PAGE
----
Massive strike set to derail core economic activities

Unions are calling it the biggest rail strike in South African history.

Up to 50 000 Transnet employees are preparing to down tools from Monday over wages and unsatisfactory employment conditions.

The national strike—which, the unions say, could even bring Transnet’s head office to a halt—will affect the movement and delivery of everything from car parts to petroleum.

It will be led by a Cosatu affiliate, the South African Transport and Allied Workers’ Union (Satawu), and a Fedusa affiliate, the United Transport and Allied Trade Union (Utatu).

The unions are demanding an across-the-board increase of 15%. Transnet management’s offer is currently stuck on 8%.

Workers are also demanding a no-retrenchments guarantee from Transnet and that contract workers be made permanent. The two unions jointly represent 85% of the 50 000 Transnet workers who are planning to strike.

On Thursday Satawu’s chief negotiator and policy research officer, Jane Barrett, said: ‘There are no talks at the moment. There have been some informal discussions but there is no better offer on the table. The strike is definitely happening on Monday and it will go on for as long as it takes to settle.”

Barrett said that the strike could be taken up by office employees who do not traditionally go out on strike, including staff in ‘finance, admin and HR” who are set to join the ‘crane drivers, train drivers and port pilots”.

There has already been an outcry about the likely effects of the strike on the motor manufacturing and associated industries by the National Association of Automobile Manufacturers (Naamsa). Naamsa said the action will result in the closure of all assembly plants within a matter of days.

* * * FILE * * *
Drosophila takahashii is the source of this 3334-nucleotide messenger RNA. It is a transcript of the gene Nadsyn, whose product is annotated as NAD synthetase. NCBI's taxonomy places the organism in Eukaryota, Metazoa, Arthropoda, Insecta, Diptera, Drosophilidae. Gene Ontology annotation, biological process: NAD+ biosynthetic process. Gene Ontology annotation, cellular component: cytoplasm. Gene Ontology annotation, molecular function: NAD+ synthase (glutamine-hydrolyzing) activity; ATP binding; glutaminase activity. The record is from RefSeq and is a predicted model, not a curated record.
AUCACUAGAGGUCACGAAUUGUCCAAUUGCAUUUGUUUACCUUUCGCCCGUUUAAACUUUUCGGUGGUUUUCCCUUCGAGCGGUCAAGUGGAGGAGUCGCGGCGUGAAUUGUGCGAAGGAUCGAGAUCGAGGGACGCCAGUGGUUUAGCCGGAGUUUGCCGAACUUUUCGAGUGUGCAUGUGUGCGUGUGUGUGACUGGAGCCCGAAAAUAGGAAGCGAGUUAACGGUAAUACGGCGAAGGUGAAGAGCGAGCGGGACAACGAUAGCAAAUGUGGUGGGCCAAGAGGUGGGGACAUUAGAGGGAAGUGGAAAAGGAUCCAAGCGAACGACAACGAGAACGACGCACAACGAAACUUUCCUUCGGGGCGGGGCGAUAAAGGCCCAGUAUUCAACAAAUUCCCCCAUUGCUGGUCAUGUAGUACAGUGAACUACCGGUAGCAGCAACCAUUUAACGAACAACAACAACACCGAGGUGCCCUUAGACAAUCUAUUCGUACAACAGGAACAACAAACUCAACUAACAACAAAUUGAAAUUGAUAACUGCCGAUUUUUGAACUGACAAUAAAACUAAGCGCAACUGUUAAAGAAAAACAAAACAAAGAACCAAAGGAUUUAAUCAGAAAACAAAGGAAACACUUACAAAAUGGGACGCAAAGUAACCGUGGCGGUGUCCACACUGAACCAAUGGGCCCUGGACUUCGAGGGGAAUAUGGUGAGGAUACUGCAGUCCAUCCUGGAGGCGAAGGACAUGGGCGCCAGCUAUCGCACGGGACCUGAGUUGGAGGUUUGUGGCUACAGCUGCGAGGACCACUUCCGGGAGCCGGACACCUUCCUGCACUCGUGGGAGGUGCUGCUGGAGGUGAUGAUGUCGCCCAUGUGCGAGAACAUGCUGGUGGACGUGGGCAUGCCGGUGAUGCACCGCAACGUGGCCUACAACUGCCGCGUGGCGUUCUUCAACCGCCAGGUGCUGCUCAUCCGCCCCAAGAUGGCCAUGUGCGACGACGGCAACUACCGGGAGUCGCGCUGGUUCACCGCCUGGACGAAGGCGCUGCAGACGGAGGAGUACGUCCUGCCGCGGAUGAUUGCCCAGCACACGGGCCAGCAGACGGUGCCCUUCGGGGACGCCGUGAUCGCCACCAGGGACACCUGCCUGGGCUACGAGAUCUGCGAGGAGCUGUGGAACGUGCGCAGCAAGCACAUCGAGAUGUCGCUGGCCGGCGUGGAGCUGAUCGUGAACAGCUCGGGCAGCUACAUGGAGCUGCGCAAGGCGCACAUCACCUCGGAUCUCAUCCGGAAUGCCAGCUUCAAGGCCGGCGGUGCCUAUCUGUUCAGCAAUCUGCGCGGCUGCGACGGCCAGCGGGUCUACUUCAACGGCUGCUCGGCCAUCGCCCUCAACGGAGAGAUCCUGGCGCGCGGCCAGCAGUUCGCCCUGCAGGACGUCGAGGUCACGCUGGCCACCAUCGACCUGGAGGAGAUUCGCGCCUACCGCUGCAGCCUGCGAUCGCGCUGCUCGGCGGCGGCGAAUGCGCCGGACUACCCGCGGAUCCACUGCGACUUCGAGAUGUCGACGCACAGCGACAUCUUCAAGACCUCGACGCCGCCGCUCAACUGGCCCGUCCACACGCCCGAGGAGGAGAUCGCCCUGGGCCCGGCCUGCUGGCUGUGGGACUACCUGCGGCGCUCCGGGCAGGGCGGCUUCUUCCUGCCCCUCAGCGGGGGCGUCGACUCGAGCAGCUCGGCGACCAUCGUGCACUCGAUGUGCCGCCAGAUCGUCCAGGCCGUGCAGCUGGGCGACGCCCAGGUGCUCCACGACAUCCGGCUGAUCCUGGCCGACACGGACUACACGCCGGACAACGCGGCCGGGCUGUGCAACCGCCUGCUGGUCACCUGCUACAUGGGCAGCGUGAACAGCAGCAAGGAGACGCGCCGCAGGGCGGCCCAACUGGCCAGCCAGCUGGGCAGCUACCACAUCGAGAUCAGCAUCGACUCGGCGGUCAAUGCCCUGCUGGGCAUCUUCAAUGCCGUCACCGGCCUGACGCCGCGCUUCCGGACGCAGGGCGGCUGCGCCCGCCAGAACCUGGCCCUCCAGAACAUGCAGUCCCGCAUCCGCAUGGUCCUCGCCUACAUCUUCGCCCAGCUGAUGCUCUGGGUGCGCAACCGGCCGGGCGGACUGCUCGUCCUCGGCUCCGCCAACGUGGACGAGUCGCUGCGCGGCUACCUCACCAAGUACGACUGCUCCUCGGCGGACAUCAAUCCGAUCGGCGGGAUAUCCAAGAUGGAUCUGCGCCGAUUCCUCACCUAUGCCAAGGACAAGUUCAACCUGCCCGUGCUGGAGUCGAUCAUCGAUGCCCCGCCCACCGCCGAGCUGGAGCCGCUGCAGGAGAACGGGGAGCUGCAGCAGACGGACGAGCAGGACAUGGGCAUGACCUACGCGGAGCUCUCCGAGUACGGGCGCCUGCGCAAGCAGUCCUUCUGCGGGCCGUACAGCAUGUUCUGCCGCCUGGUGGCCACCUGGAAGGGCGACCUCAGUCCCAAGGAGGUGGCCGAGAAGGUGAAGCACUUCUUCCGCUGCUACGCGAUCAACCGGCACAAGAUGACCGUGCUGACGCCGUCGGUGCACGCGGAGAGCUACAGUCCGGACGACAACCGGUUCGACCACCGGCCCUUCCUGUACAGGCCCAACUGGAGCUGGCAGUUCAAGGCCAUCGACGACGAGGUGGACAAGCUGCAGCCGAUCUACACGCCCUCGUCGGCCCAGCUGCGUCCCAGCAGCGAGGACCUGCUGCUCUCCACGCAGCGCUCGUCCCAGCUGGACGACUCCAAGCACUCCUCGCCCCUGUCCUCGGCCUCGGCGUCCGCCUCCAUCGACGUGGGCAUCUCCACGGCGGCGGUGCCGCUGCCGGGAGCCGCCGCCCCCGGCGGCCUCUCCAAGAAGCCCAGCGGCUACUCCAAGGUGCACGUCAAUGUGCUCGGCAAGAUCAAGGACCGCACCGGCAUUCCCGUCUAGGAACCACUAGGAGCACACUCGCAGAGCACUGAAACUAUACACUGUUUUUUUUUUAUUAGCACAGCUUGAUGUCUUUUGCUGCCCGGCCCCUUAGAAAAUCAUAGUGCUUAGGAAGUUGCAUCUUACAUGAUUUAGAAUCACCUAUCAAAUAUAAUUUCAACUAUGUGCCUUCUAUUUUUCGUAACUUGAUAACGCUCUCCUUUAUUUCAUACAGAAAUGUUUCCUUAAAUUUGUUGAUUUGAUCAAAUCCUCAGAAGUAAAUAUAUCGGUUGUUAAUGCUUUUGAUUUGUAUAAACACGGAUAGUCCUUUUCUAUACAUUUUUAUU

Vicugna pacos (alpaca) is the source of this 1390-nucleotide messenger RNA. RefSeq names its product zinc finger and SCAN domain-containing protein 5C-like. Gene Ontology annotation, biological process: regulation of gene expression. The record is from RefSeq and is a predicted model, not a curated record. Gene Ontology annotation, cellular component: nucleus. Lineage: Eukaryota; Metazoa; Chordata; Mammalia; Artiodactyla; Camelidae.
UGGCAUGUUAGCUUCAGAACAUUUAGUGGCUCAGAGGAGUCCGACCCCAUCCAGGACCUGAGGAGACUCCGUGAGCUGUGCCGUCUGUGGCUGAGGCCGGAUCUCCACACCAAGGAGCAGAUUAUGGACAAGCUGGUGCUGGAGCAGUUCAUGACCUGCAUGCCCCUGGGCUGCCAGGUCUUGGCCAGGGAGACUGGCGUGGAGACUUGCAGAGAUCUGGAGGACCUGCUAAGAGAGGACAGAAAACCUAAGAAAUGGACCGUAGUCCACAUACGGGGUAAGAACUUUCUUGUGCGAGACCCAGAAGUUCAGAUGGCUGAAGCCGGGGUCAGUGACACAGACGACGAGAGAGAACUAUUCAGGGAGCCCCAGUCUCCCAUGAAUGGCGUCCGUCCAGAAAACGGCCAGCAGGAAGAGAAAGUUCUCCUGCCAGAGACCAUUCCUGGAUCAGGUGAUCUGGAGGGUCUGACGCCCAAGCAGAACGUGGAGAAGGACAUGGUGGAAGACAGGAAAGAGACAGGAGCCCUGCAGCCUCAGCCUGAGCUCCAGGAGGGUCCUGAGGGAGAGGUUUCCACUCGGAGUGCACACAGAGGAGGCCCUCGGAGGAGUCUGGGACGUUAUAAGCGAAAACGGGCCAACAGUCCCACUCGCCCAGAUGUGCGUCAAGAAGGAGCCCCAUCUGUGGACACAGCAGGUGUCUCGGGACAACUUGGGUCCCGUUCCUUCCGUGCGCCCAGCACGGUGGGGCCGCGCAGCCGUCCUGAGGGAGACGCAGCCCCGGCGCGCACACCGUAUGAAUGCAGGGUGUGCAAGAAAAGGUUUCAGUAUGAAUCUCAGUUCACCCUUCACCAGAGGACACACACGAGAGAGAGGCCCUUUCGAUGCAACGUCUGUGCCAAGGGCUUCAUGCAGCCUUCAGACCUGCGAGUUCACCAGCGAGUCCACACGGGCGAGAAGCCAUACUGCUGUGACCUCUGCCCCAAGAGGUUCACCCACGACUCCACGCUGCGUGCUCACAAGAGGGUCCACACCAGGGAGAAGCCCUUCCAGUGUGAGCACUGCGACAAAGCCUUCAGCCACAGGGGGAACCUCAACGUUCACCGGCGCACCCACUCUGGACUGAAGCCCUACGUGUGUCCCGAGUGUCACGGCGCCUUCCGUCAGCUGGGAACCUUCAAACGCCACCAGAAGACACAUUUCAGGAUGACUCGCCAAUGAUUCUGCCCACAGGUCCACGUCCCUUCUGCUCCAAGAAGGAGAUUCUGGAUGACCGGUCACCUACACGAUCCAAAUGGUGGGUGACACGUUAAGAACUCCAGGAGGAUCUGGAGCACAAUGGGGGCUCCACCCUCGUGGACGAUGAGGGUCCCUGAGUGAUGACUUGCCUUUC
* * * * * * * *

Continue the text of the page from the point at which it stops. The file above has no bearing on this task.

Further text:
Satawu figures for 2008-09, showing daily volumes and goods that rely on Transnet, include:

  • 192 000 tons of coal for export by rail to port;

  • 123 000 tons of iron ore for export by rail to port;

  • 191 780 tons of general cargo being moved by rail within the country and to and from ports;

  • 9 315 containers (imports and exports) moving through the ports of Durban, Port Elizabeth, Nqura and Cape Town; and

  • 4.8-million litres of petroleum transported by pipeline from the coast to Gauteng daily.

The strike is set to disrupt Transnet Freight Rail, Transnet Rail Engineering, Transnet Port Terminals, Transnet Port Authority, Transnet Pipelines, Transnet Capital Projects and the company’s head office.

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